The European project COVR also aims to reduce the challenges at hand, especially for smaller companies. It focuses on robot safety in collaborative applications – that is, when they work almost hand-in-hand with humans. Among other things, the project provides specific application examples, as well as relevant standards and guidelines on its website. There are also step-by-step instructions that enable companies to conduct their own validation measurements of their applications. In addition, anyone who needs support in the field of robot safety can contact the German Robotics Association, which aims to promote robotics among small and medium-sized companies in particular. This overlaps with another area in which some SMEs exhibit a lack of knowledge and skilled workers. “The lack of expertise in AI and digitalization is a major obstacle for SMEs right now,” says Martin Lundborg, who heads the accompanying research of Mittelstand-Digital – a funding priority of the German Federal Ministry for Economic Affairs and Climate Action. He reports that medium-sized companies most often face the problem that their digital maturity level is not sufficient to implement AI applications.

Providers such as Google, Microsoft or Amazon Web Services offer ways to get started in using artificial intelligence. Their pre-configured and trained AI services require little specialized knowledge on the part of end users and thus simplify the use of features such as voice or image recognition. Low-code approaches like AutoML also play a role here by making it significantly easier to program applications. Lundborg considers these tools well-suited to enabling people to use such technologies even if they have little expertise in the field of AI. “For SMEs, low-code ML solutions are a catalyst for digital innovation thanks to their simplicity,” he says. Medium-sized enterprises can also obtain the expertise they lack through training courses or qualification measures. The Mittelstand-Digital initiative, for example, provides instructors on the topic of AI. “They inform people about AI through workshops, company visits, lectures, roadshows and numerous other offerings,” explains Lundborg’s colleague Christian Märkel. The instructors also help companies implement specific application scenarios.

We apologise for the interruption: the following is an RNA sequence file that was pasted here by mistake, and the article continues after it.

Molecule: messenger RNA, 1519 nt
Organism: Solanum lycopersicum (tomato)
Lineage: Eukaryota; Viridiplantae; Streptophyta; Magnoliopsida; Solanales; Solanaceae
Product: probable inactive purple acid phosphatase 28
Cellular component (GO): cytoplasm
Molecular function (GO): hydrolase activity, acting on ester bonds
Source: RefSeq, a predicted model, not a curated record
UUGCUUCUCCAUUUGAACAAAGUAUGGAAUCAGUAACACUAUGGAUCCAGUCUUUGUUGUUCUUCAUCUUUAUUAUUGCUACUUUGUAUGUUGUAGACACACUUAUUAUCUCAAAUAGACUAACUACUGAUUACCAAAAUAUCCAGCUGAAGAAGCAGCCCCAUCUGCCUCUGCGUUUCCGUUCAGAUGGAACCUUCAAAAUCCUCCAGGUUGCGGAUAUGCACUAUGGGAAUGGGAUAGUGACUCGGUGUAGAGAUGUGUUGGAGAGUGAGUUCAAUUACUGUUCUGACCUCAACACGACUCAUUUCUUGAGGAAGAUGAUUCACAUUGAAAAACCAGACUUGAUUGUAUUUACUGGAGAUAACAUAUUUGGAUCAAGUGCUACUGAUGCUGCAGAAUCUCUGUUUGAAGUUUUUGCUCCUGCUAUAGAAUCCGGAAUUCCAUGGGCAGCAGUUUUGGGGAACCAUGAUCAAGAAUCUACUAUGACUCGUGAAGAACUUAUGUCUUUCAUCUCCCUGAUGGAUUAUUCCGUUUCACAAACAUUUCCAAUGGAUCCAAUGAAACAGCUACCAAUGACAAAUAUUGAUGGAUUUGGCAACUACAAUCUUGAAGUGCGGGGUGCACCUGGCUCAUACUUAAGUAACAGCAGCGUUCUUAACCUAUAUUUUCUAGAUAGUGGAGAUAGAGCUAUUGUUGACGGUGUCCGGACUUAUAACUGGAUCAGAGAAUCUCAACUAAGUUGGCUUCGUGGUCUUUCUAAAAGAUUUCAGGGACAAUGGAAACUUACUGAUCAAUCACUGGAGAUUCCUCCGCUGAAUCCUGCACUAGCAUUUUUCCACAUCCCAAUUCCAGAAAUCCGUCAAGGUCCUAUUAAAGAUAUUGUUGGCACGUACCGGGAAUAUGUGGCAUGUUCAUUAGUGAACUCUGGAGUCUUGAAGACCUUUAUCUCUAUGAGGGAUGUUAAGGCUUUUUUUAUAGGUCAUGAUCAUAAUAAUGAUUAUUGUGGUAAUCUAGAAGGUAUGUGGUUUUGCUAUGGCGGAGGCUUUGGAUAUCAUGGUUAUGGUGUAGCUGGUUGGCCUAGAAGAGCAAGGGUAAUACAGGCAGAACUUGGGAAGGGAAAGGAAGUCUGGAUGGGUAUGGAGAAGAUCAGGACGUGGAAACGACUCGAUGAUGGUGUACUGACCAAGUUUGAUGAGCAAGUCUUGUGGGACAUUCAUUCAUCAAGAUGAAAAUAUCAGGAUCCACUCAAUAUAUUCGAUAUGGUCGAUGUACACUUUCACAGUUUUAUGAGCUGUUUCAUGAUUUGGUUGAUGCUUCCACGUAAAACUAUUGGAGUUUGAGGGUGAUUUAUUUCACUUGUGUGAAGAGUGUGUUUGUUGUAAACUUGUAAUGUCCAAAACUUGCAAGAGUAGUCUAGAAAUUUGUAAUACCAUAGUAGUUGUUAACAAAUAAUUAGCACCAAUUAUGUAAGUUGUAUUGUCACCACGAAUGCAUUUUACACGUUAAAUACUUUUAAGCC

In a logistics center, a moving robot sorts packages. It is monitored by an employee with a laptop

Robots can perform many standard tasks in small and medium-sized companies, including sorting packages. It is essential, however, to ensure that artificial intelligence does not endanger human colleagues.


| Pilz GmbH & Co. KG + iStock.com/ aldomurillo + iStock.com/ Vanit Janthra

One example of this is the geothermal plant in Traunreut, which supplies the region northeast of Lake Chiemsee (Bavaria) with district heating and electricity. All the pumps and heat exchangers are equipped with sensors to ensure efficient operation. However, the multitude of recorded values makes for an amount of data that is too large for a human to effectively analyze. Enter the AI instructors, who supported the plant with a crash course in machine learning. They also demonstrated new ways to make intelligent use of all that information, reports managing director Sebastian Schultz. As a result, the geothermal plant can now detect imminent disruptions and failures at an early stage with the help of AI.